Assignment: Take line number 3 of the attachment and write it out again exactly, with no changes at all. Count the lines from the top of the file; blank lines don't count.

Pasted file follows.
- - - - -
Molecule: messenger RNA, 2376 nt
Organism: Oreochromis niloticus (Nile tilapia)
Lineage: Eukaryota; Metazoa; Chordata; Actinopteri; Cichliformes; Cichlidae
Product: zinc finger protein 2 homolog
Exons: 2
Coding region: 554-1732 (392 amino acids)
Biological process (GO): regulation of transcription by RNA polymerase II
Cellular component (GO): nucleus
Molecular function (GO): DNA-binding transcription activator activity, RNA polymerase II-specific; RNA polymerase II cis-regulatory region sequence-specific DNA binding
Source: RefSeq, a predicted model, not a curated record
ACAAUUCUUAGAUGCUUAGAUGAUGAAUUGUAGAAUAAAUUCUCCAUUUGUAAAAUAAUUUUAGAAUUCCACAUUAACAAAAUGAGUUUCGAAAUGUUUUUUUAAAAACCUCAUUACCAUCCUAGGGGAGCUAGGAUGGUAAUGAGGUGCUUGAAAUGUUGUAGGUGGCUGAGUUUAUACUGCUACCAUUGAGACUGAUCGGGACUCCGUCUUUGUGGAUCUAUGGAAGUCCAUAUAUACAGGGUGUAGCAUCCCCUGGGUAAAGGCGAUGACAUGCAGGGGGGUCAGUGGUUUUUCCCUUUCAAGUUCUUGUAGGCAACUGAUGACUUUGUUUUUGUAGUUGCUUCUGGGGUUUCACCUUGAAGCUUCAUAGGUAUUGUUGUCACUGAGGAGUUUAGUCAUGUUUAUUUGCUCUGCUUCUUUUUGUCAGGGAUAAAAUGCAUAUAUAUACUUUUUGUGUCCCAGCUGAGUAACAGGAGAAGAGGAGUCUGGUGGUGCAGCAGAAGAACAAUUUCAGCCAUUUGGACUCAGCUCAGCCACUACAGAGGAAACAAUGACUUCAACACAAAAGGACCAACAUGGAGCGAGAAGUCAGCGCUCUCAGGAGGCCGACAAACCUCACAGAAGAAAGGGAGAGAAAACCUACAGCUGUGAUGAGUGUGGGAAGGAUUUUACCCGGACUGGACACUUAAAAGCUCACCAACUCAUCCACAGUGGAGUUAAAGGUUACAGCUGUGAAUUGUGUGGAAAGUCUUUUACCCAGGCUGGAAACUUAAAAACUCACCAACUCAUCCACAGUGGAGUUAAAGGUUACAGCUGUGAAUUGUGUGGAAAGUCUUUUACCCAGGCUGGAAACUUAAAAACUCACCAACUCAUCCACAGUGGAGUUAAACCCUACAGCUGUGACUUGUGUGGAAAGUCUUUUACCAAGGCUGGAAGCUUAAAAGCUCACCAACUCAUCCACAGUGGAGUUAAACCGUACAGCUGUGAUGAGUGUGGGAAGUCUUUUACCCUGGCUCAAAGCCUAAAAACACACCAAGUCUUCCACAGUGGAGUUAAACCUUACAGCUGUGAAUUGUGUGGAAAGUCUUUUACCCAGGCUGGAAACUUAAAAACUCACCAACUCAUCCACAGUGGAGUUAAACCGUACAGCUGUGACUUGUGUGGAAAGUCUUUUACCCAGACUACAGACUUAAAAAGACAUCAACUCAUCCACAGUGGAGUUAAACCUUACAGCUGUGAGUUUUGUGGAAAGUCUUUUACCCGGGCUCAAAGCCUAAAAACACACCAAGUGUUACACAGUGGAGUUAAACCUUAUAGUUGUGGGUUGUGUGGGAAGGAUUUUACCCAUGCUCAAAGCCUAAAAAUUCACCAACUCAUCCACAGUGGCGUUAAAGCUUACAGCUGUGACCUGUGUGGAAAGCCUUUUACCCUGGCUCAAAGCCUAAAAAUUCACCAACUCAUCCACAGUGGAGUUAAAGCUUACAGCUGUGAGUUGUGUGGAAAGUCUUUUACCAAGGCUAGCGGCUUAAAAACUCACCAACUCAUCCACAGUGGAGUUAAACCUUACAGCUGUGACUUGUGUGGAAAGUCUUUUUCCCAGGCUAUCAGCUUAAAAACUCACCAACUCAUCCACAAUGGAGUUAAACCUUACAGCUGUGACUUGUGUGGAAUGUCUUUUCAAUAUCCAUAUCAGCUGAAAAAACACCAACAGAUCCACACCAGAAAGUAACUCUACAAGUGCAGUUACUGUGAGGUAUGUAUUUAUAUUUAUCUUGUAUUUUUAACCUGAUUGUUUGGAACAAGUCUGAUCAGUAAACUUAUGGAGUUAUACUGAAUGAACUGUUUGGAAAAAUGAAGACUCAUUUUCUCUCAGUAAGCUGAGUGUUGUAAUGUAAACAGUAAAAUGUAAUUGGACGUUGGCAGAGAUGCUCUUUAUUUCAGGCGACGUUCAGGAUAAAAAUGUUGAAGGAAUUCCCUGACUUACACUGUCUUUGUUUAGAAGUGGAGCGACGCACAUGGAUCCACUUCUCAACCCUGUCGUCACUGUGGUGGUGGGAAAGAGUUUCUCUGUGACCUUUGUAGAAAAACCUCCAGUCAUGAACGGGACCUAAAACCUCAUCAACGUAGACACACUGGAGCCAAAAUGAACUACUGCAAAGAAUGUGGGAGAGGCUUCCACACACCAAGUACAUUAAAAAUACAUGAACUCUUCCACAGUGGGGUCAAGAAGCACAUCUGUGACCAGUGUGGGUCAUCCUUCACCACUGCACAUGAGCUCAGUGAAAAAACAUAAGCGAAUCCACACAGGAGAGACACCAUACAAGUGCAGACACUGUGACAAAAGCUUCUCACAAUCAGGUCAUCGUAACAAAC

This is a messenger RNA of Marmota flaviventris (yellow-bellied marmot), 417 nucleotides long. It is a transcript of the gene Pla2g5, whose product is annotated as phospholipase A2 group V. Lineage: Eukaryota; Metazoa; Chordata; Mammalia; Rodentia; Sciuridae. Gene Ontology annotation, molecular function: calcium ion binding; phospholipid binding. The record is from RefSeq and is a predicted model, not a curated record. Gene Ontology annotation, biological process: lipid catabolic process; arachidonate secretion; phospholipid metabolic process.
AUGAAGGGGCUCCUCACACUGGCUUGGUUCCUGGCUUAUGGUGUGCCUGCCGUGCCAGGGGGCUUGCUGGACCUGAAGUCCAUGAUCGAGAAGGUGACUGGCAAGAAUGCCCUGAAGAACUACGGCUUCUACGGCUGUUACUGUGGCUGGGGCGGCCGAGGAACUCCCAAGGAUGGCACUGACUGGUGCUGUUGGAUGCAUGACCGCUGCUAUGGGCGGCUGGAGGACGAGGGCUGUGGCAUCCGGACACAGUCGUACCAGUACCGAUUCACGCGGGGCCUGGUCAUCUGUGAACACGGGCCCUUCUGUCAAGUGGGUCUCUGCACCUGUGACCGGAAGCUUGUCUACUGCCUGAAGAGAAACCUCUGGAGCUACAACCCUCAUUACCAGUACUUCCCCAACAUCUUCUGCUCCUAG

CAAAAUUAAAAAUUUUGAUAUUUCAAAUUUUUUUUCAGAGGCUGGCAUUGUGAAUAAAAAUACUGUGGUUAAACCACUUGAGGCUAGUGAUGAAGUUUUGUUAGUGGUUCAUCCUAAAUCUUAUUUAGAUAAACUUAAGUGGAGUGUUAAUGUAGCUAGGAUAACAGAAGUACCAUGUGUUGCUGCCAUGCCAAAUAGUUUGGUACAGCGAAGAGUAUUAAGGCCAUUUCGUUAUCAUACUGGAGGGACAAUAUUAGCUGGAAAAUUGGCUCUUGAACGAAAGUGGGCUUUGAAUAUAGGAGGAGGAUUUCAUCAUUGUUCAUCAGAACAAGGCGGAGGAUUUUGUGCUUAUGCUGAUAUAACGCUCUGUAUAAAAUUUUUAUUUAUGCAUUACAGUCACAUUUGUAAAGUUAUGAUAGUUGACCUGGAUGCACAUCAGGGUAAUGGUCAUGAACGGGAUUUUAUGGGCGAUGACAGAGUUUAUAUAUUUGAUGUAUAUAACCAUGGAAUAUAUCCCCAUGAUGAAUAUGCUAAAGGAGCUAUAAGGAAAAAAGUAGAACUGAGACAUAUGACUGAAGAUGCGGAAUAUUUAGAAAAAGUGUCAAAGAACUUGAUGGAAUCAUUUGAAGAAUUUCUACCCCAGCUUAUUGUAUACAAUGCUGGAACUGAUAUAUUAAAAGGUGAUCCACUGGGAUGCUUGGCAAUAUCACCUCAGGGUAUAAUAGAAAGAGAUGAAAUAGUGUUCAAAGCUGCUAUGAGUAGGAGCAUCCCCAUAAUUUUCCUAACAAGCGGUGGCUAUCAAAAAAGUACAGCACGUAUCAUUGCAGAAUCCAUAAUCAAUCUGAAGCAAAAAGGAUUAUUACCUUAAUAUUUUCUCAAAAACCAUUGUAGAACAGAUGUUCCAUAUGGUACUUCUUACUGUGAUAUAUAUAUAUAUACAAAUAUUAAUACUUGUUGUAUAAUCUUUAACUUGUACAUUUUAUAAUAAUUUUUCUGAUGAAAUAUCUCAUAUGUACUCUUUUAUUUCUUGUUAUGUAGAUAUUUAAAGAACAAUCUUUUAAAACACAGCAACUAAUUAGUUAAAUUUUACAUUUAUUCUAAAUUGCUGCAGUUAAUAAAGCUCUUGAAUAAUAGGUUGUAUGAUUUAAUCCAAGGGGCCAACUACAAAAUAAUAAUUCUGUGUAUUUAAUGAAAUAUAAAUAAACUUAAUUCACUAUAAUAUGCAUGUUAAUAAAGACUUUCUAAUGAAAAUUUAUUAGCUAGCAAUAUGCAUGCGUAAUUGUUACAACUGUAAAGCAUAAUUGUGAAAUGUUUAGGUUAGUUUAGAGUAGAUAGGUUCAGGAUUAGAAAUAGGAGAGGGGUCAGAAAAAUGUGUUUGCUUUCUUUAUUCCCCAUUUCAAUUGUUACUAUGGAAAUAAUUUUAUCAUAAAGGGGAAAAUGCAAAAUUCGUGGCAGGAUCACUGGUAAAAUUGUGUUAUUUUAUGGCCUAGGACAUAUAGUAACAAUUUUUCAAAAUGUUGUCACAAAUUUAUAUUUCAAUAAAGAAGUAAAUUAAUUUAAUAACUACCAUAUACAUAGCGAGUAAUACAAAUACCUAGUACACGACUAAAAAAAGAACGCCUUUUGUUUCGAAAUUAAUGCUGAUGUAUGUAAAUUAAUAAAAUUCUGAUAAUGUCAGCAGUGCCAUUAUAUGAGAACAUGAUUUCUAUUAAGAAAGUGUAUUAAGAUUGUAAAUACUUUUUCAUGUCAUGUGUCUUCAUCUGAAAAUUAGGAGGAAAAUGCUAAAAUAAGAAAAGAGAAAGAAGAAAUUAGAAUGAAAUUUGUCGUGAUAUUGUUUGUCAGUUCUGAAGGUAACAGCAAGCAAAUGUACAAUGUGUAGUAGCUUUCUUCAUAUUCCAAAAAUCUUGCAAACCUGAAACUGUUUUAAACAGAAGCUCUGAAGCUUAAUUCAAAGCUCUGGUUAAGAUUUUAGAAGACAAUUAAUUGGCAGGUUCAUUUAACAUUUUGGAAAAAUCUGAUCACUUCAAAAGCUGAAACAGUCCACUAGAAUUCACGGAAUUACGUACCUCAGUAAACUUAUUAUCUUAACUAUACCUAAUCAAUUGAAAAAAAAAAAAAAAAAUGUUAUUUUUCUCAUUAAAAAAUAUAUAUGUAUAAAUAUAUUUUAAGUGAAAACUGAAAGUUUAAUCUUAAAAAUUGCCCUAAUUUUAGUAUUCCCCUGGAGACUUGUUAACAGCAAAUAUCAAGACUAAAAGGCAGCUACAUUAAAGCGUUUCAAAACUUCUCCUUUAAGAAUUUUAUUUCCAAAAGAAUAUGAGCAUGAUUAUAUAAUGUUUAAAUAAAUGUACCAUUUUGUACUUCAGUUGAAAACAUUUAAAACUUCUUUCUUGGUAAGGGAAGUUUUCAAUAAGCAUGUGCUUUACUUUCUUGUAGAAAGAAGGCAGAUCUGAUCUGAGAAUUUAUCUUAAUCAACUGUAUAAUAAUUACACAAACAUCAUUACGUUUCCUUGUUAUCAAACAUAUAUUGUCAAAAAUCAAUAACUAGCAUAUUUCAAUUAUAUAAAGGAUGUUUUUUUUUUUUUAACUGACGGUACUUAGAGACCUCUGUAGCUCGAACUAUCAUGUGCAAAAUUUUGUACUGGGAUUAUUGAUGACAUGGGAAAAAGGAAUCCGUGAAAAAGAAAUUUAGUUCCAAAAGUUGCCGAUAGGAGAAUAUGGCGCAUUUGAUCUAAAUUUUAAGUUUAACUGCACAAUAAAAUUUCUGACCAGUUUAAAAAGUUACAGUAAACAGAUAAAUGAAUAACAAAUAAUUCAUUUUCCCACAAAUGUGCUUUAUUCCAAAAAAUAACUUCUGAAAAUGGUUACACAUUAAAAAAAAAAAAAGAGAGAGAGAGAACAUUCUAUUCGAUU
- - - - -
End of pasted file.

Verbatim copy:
Lineage: Eukaryota; Metazoa; Chordata; Actinopteri; Cichliformes; Cichlidae